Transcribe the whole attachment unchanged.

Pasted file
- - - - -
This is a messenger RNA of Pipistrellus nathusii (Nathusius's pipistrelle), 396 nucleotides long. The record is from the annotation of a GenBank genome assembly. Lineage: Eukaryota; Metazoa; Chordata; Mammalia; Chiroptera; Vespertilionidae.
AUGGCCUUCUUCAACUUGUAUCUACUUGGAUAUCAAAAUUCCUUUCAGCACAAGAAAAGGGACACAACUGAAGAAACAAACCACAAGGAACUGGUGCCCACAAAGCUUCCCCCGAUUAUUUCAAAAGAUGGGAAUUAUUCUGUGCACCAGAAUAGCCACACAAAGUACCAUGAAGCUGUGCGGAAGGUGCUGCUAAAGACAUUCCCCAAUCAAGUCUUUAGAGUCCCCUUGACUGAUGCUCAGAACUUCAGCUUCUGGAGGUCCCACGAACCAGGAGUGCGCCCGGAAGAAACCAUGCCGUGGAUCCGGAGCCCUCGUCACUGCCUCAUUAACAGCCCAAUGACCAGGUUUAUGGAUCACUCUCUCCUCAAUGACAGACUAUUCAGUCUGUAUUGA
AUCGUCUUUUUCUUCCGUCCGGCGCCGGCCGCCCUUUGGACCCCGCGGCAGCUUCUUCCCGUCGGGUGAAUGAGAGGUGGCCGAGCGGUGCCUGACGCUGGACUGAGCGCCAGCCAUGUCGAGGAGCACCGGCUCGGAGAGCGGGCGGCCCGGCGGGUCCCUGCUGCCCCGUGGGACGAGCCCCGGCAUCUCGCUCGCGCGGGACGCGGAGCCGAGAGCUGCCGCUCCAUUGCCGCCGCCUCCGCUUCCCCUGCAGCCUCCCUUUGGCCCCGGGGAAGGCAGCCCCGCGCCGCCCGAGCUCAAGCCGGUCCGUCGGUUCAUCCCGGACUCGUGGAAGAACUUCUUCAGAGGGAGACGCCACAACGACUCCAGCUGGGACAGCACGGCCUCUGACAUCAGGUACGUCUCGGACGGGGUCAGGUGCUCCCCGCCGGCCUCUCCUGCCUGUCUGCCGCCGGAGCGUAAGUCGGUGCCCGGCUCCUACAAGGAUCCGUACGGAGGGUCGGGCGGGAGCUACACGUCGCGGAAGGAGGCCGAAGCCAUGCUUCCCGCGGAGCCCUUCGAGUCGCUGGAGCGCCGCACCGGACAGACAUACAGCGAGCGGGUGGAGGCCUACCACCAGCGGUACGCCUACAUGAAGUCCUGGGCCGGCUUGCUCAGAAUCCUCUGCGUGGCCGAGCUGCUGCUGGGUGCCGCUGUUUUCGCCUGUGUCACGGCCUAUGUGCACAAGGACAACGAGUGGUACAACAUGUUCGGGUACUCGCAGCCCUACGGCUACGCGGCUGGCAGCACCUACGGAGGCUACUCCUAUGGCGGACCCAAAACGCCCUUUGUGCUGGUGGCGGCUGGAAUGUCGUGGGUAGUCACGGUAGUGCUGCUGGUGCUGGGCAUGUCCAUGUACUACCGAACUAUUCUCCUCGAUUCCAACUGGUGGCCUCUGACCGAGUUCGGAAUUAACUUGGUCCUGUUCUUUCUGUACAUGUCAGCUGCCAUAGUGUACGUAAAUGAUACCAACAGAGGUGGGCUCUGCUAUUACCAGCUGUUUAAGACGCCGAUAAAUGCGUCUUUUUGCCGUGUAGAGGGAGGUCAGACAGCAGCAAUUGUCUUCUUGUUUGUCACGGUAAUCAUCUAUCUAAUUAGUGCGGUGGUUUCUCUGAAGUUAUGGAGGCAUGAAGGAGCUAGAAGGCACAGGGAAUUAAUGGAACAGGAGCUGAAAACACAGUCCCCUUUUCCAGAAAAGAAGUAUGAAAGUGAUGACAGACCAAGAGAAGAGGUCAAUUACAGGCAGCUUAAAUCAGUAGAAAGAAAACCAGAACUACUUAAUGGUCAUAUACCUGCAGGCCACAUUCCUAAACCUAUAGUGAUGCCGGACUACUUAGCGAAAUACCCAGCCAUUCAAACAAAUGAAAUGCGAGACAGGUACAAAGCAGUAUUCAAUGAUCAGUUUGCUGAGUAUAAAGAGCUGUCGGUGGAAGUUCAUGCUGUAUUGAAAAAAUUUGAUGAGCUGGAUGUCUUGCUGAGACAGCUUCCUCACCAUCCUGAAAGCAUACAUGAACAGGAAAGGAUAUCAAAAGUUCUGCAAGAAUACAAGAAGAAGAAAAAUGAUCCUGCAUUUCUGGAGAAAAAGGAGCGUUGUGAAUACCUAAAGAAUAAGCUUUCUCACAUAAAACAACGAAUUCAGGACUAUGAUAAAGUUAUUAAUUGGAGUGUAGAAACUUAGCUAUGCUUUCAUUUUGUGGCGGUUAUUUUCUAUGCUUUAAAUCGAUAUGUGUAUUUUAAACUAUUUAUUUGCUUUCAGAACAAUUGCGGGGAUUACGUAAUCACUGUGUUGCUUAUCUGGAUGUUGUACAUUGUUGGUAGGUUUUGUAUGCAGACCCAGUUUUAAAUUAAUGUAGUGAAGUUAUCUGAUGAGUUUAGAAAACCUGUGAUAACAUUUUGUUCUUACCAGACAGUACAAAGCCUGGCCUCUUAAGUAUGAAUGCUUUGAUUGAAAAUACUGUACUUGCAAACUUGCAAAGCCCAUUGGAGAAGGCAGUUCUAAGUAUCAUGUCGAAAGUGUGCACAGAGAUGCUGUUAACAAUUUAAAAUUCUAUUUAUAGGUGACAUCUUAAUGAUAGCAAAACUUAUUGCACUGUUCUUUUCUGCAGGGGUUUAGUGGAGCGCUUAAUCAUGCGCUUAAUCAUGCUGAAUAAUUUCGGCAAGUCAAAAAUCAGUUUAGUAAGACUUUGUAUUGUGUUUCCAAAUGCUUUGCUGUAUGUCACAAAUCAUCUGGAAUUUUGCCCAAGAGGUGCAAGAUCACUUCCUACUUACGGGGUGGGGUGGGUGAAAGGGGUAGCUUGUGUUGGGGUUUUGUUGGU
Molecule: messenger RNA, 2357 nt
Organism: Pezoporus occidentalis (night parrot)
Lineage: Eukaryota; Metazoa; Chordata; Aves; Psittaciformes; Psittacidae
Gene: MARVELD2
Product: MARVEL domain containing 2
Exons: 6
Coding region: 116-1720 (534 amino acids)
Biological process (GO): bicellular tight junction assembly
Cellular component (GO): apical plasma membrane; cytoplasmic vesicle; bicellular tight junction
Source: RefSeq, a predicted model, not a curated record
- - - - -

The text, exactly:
This is a messenger RNA of Pipistrellus nathusii (Nathusius's pipistrelle), 396 nucleotides long. The record is from the annotation of a GenBank genome assembly. Lineage: Eukaryota; Metazoa; Chordata; Mammalia; Chiroptera; Vespertilionidae.
AUGGCCUUCUUCAACUUGUAUCUACUUGGAUAUCAAAAUUCCUUUCAGCACAAGAAAAGGGACACAACUGAAGAAACAAACCACAAGGAACUGGUGCCCACAAAGCUUCCCCCGAUUAUUUCAAAAGAUGGGAAUUAUUCUGUGCACCAGAAUAGCCACACAAAGUACCAUGAAGCUGUGCGGAAGGUGCUGCUAAAGACAUUCCCCAAUCAAGUCUUUAGAGUCCCCUUGACUGAUGCUCAGAACUUCAGCUUCUGGAGGUCCCACGAACCAGGAGUGCGCCCGGAAGAAACCAUGCCGUGGAUCCGGAGCCCUCGUCACUGCCUCAUUAACAGCCCAAUGACCAGGUUUAUGGAUCACUCUCUCCUCAAUGACAGACUAUUCAGUCUGUAUUGA
AUCGUCUUUUUCUUCCGUCCGGCGCCGGCCGCCCUUUGGACCCCGCGGCAGCUUCUUCCCGUCGGGUGAAUGAGAGGUGGCCGAGCGGUGCCUGACGCUGGACUGAGCGCCAGCCAUGUCGAGGAGCACCGGCUCGGAGAGCGGGCGGCCCGGCGGGUCCCUGCUGCCCCGUGGGACGAGCCCCGGCAUCUCGCUCGCGCGGGACGCGGAGCCGAGAGCUGCCGCUCCAUUGCCGCCGCCUCCGCUUCCCCUGCAGCCUCCCUUUGGCCCCGGGGAAGGCAGCCCCGCGCCGCCCGAGCUCAAGCCGGUCCGUCGGUUCAUCCCGGACUCGUGGAAGAACUUCUUCAGAGGGAGACGCCACAACGACUCCAGCUGGGACAGCACGGCCUCUGACAUCAGGUACGUCUCGGACGGGGUCAGGUGCUCCCCGCCGGCCUCUCCUGCCUGUCUGCCGCCGGAGCGUAAGUCGGUGCCCGGCUCCUACAAGGAUCCGUACGGAGGGUCGGGCGGGAGCUACACGUCGCGGAAGGAGGCCGAAGCCAUGCUUCCCGCGGAGCCCUUCGAGUCGCUGGAGCGCCGCACCGGACAGACAUACAGCGAGCGGGUGGAGGCCUACCACCAGCGGUACGCCUACAUGAAGUCCUGGGCCGGCUUGCUCAGAAUCCUCUGCGUGGCCGAGCUGCUGCUGGGUGCCGCUGUUUUCGCCUGUGUCACGGCCUAUGUGCACAAGGACAACGAGUGGUACAACAUGUUCGGGUACUCGCAGCCCUACGGCUACGCGGCUGGCAGCACCUACGGAGGCUACUCCUAUGGCGGACCCAAAACGCCCUUUGUGCUGGUGGCGGCUGGAAUGUCGUGGGUAGUCACGGUAGUGCUGCUGGUGCUGGGCAUGUCCAUGUACUACCGAACUAUUCUCCUCGAUUCCAACUGGUGGCCUCUGACCGAGUUCGGAAUUAACUUGGUCCUGUUCUUUCUGUACAUGUCAGCUGCCAUAGUGUACGUAAAUGAUACCAACAGAGGUGGGCUCUGCUAUUACCAGCUGUUUAAGACGCCGAUAAAUGCGUCUUUUUGCCGUGUAGAGGGAGGUCAGACAGCAGCAAUUGUCUUCUUGUUUGUCACGGUAAUCAUCUAUCUAAUUAGUGCGGUGGUUUCUCUGAAGUUAUGGAGGCAUGAAGGAGCUAGAAGGCACAGGGAAUUAAUGGAACAGGAGCUGAAAACACAGUCCCCUUUUCCAGAAAAGAAGUAUGAAAGUGAUGACAGACCAAGAGAAGAGGUCAAUUACAGGCAGCUUAAAUCAGUAGAAAGAAAACCAGAACUACUUAAUGGUCAUAUACCUGCAGGCCACAUUCCUAAACCUAUAGUGAUGCCGGACUACUUAGCGAAAUACCCAGCCAUUCAAACAAAUGAAAUGCGAGACAGGUACAAAGCAGUAUUCAAUGAUCAGUUUGCUGAGUAUAAAGAGCUGUCGGUGGAAGUUCAUGCUGUAUUGAAAAAAUUUGAUGAGCUGGAUGUCUUGCUGAGACAGCUUCCUCACCAUCCUGAAAGCAUACAUGAACAGGAAAGGAUAUCAAAAGUUCUGCAAGAAUACAAGAAGAAGAAAAAUGAUCCUGCAUUUCUGGAGAAAAAGGAGCGUUGUGAAUACCUAAAGAAUAAGCUUUCUCACAUAAAACAACGAAUUCAGGACUAUGAUAAAGUUAUUAAUUGGAGUGUAGAAACUUAGCUAUGCUUUCAUUUUGUGGCGGUUAUUUUCUAUGCUUUAAAUCGAUAUGUGUAUUUUAAACUAUUUAUUUGCUUUCAGAACAAUUGCGGGGAUUACGUAAUCACUGUGUUGCUUAUCUGGAUGUUGUACAUUGUUGGUAGGUUUUGUAUGCAGACCCAGUUUUAAAUUAAUGUAGUGAAGUUAUCUGAUGAGUUUAGAAAACCUGUGAUAACAUUUUGUUCUUACCAGACAGUACAAAGCCUGGCCUCUUAAGUAUGAAUGCUUUGAUUGAAAAUACUGUACUUGCAAACUUGCAAAGCCCAUUGGAGAAGGCAGUUCUAAGUAUCAUGUCGAAAGUGUGCACAGAGAUGCUGUUAACAAUUUAAAAUUCUAUUUAUAGGUGACAUCUUAAUGAUAGCAAAACUUAUUGCACUGUUCUUUUCUGCAGGGGUUUAGUGGAGCGCUUAAUCAUGCGCUUAAUCAUGCUGAAUAAUUUCGGCAAGUCAAAAAUCAGUUUAGUAAGACUUUGUAUUGUGUUUCCAAAUGCUUUGCUGUAUGUCACAAAUCAUCUGGAAUUUUGCCCAAGAGGUGCAAGAUCACUUCCUACUUACGGGGUGGGGUGGGUGAAAGGGGUAGCUUGUGUUGGGGUUUUGUUGGU
Molecule: messenger RNA, 2357 nt
Organism: Pezoporus occidentalis (night parrot)
Lineage: Eukaryota; Metazoa; Chordata; Aves; Psittaciformes; Psittacidae
Gene: MARVELD2
Product: MARVEL domain containing 2
Exons: 6
Coding region: 116-1720 (534 amino acids)
Biological process (GO): bicellular tight junction assembly
Cellular component (GO): apical plasma membrane; cytoplasmic vesicle; bicellular tight junction
Source: RefSeq, a predicted model, not a curated record